Posts Tagged ‘slowing down’

Surfing channels the other night we got stuck on a home improvement show and before leaving TV behind for sleep we witnessed the woes of a family whose kitchen layout was so awful, their stove was crammed into an alcove by the back door. Lying in the dark coming out of dreams the next morning I was picturing my grandmother’s kitchen, trying to remember: where was the stove? I got it in place against the wall shared with the living room; next to it, the fridge. Then the doorway through to the front of the house; and I went around the room like that, filling it in, nailing it down. Like staking out a tent before you go inside.

As I worked my way around the walls things came back to me. I couldn’t actually see the stove, or its color—probably white, definitely electric—but I remembered that Grandma used to store crackers in the oven. Club crackers, my grandparents liked. I guess they stayed fresher behind the oven door and its seal.

Atop the fridge were two ceramic roosters—well, actually a rooster and a hen I think, one being large, the other small. I have them now; they have red-painted combs, gray and white feathers, ochre-colored feet standing in matching clumps of green. You should always have a rooster for your kitchen, I think I remember my grandmother explaining. Certainly no farm would be without one, and she did start life on a farm.

Passing the fridge and the doorway in my mind I turned to the north wall; up against it, the kitchen table. Very 1950s, it was chrome and cornflower blue formica and suddenly I was seeing the blue light in the kitchen, on a winter morning. From my highchair pulled up to the end of the table I could see out, see the snow drifted and heaped everywhere, piled on the sills of the screen porch beyond the back door. The light is sudden and fierce, almost scathing, bouncing off the snow and into the room.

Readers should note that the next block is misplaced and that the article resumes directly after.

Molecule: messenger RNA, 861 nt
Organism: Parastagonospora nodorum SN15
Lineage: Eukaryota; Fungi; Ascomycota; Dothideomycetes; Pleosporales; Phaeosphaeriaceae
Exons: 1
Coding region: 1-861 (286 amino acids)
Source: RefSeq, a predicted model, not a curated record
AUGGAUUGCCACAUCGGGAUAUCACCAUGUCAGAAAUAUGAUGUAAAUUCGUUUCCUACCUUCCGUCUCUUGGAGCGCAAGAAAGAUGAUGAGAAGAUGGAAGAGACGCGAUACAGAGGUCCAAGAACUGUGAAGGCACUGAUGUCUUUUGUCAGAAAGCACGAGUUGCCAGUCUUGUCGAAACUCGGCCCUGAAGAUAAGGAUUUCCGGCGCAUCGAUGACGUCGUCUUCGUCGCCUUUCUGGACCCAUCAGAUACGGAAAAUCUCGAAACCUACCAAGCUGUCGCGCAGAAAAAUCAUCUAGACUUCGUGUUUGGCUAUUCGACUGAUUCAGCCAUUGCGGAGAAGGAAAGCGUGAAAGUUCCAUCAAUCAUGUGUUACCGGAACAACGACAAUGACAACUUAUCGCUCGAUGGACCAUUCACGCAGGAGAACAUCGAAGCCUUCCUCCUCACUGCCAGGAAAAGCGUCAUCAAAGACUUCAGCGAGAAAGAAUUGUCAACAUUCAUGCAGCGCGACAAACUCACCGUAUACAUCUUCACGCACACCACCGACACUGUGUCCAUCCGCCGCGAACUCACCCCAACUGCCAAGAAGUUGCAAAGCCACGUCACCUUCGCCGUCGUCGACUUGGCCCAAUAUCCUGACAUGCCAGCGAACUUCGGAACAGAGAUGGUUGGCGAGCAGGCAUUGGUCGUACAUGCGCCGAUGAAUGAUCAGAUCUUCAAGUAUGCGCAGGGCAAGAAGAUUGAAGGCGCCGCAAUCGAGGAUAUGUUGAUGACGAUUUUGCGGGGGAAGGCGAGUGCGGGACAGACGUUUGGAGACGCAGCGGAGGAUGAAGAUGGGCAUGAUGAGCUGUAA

Behind me in the corner there is some kind of electric roaster, a behemoth that sat on its own cabinet, the kind of kitchen fossil that I imagine a lot of women of my grandmother’s age had standing around. Above it, the black telephone, mounted on the wall. I remember my grandmother talking on the phone. My grandfather almost never did—his hearing was bad, and he was telephone-averse. But I can hear my grandmother’s voice, clear, echoing just slightly in the open room with all its hard surfaces, and I remember the lilt in her voice in just the single word, hello. When she answered the phone she did not ask a question: “Hello?” Who are you? Instead she sang, gently: “Hello!” I am here.